Spoonful: A Gathering of Stone Soup Poets

An extension of Cambridge's Stone Soup Poetry Venue.

Michael F. Gill

Photo by James Conant

Charlene’s House

Charlene sprinkles nutmeg rinds
through the foyer
and dons a petroleum-based scent
across eager curves.
The Book limps into sight,
entering her mind
like chalk scrawled on walls,
its fibers a nuanced silo
of intellectual somersaults.

The Book, Charlene,
and their child Loneliness
plan their weekends
with the hopeful arrival of guests.
Can The Tree sleep over?
Will The Garden move in?
Let's invite The Marble Columns.
Let's make dinner.

In the kitchen, surrounded by
obscure herbs and spices,
she is pouring
the snout of an armadillo
into a broth of tapioca
and pasta pinches.
The Book wears a yellowing shirt
felled with flammable resin, while
Loneliness is questioning
a pocketful of sugar
about a missing sundress.

Opening The Book,
Charlene feels its fossils sewing
and gliding in her conscious,
while the drooping edge of Loneliness
tugs her leg like an infant canine.
Mica and lichen
cover the three of them
as their eyes travel down
a speedway of fiction
that leads to Fugitive Hill.

For weekdays,
Charlene takes the shuttle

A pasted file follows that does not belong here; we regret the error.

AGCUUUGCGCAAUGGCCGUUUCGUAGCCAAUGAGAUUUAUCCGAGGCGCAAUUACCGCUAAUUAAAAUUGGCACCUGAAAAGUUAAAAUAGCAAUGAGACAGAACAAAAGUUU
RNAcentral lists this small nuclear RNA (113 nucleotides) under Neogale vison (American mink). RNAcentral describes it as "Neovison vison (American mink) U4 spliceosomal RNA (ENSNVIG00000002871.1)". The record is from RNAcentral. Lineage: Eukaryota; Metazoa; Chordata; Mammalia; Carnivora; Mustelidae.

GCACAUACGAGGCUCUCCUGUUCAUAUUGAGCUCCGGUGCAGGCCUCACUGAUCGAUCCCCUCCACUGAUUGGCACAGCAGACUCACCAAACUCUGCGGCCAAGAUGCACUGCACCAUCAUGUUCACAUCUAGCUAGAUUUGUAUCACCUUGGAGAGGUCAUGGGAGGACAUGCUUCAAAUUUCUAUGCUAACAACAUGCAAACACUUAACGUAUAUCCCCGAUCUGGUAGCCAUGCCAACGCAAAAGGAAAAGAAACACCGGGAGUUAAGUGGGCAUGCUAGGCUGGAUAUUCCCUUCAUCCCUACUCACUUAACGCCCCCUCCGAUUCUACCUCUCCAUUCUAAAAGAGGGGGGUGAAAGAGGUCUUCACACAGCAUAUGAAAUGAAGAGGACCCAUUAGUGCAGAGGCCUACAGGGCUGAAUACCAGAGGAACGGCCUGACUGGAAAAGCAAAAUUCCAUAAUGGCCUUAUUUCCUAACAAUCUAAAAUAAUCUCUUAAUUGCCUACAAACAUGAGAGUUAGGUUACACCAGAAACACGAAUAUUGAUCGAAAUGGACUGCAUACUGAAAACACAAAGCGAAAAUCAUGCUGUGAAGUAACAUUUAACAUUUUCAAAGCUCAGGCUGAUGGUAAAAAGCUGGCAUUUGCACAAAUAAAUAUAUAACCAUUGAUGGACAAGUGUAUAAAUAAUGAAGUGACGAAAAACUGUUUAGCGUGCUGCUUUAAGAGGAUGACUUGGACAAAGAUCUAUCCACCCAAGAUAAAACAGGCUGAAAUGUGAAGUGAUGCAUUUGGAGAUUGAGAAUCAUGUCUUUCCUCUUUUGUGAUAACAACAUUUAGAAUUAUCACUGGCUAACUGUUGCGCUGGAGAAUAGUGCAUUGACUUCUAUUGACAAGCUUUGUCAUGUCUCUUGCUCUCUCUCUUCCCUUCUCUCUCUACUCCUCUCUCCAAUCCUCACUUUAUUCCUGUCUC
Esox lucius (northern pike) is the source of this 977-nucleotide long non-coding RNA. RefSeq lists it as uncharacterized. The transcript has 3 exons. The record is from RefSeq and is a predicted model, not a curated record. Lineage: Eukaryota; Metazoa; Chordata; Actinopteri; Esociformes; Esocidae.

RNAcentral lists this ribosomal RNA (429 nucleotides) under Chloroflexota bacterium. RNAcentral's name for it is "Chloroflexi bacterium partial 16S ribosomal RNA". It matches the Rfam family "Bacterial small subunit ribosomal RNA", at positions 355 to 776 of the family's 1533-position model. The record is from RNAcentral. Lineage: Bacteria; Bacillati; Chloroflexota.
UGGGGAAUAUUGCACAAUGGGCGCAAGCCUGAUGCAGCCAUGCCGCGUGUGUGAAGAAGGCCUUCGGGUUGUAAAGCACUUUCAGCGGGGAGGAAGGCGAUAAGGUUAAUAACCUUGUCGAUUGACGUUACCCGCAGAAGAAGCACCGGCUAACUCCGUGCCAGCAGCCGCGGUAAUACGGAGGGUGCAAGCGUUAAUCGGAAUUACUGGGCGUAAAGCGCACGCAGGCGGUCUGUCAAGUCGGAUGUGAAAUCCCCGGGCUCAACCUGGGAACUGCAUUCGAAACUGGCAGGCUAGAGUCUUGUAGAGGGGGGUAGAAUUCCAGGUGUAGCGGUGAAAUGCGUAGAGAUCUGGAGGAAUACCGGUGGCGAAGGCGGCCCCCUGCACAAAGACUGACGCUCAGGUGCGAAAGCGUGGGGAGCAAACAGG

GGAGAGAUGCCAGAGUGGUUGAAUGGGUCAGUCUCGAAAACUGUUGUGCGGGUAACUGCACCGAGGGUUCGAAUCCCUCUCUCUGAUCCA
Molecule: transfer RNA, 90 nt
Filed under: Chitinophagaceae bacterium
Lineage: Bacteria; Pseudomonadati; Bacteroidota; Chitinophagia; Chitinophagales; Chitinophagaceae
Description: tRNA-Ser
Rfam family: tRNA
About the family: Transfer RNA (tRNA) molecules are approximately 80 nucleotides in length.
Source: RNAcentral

and shakes off the gnats.
Like clockwork,
her secretarial flippers tangle up
as soon as she's on the job,
and her mistakes begin to copulate.
They spawn a weedy orchard
in her cubicle, a brain bristle
far from pearwood and poplar.

Above this orchard,
her tattoo of a pentangle
gleams in its peppermint glue.
Feminine energy flows around its heart,
just like The Book said it would.

When Charlene heads home,
it is a freestyle swim through
saltine-flavored diversions.
As weathermen on the nightly news
give their schizophrenic forecast,
she stands over the crevasse
of her sighs, and falls upon
the clutters and cracks of offspring.

Her sleep has not been spacious.
Without giving hesitation
to the pitch black curves
of Monday night's claw,
Charlene puts her arms around Loneliness,
and takes off its dress.

She is so gentle with this longing
that it ceases to exist
when covered
with something as simple as a kiss.